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Evolution of Ideas about Causes of Amphibian Deformities

This Issue focuses on a research article by Blaustein and Johnson (2003) that was published in Frontiers in Ecology and the Environment. The article discusses amphibian deformities, which may be related to a global decline in amphibians. By working with this paper and additional figures, students come to appreciate the complexity of biodiversity loss. Specifically, they gain an understanding of why scientists disagree about causes of amphibian limb deformities and why the search for a single factor is likely too simple.
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Format
Primary or BEN resource type
Discipline Specific Core Concepts
Life science discipline (subject)
Keywords TIEE, pedagogy, student active, inquiry based, deformity, deformed, development, parasite, chemical, complexity, bioindicator, environmental indicator
Key taxa Amphibia, Anura, frog, trematode, trematoda, ribeiroia ondatrae, Ribeiroia cercariae, Telorchis, Pacific treefrog, Hyla regilla
Audience
Intended End User Role
Language
Educational Language
Pedagogical Use Description Frontiers Issues are designed to help faculty use a Frontiers article in the classroom. The Stohlgren et al. (Frontiers, 2003) paper can be used in sections of courses dealing with diversity loss. By working with this paper and additional figures, students come to appreciate the complexity of biodiversity loss. Specifically, they gain an understanding of why scientists disagree about causes of amphibian limb deformities and why the search for a single factor is likely too simple. This research question can help students appreciate that scientists can disagree for a number of reasons-— because they are asking different questions, studying different aspects of the same issue, or interpreting data differently.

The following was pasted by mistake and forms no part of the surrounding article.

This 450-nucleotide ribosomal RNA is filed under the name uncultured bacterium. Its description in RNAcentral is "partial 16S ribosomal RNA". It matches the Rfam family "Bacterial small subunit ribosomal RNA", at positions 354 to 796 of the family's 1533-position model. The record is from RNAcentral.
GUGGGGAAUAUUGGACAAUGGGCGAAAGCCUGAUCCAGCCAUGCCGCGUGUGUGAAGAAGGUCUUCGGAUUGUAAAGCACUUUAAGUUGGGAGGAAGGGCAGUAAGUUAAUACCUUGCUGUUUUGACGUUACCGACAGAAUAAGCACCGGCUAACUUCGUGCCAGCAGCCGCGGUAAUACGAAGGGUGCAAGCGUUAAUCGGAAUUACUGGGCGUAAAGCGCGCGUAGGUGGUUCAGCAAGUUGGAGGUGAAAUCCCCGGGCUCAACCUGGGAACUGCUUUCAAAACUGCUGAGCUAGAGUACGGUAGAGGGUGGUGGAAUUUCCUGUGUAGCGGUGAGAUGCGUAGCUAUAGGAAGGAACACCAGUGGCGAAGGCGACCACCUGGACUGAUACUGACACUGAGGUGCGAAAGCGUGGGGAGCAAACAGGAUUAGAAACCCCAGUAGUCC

Primary Author Controlled Name
Primary Author Affiliation School of Natural Sciences, Hampshire College
Primary Author email cdavanzo@hampshire.edu
Rights Copyright 2004 by Charlene D'Avanzo and the Ecological Society of America.
Date Of Record Submission 2007-12-26

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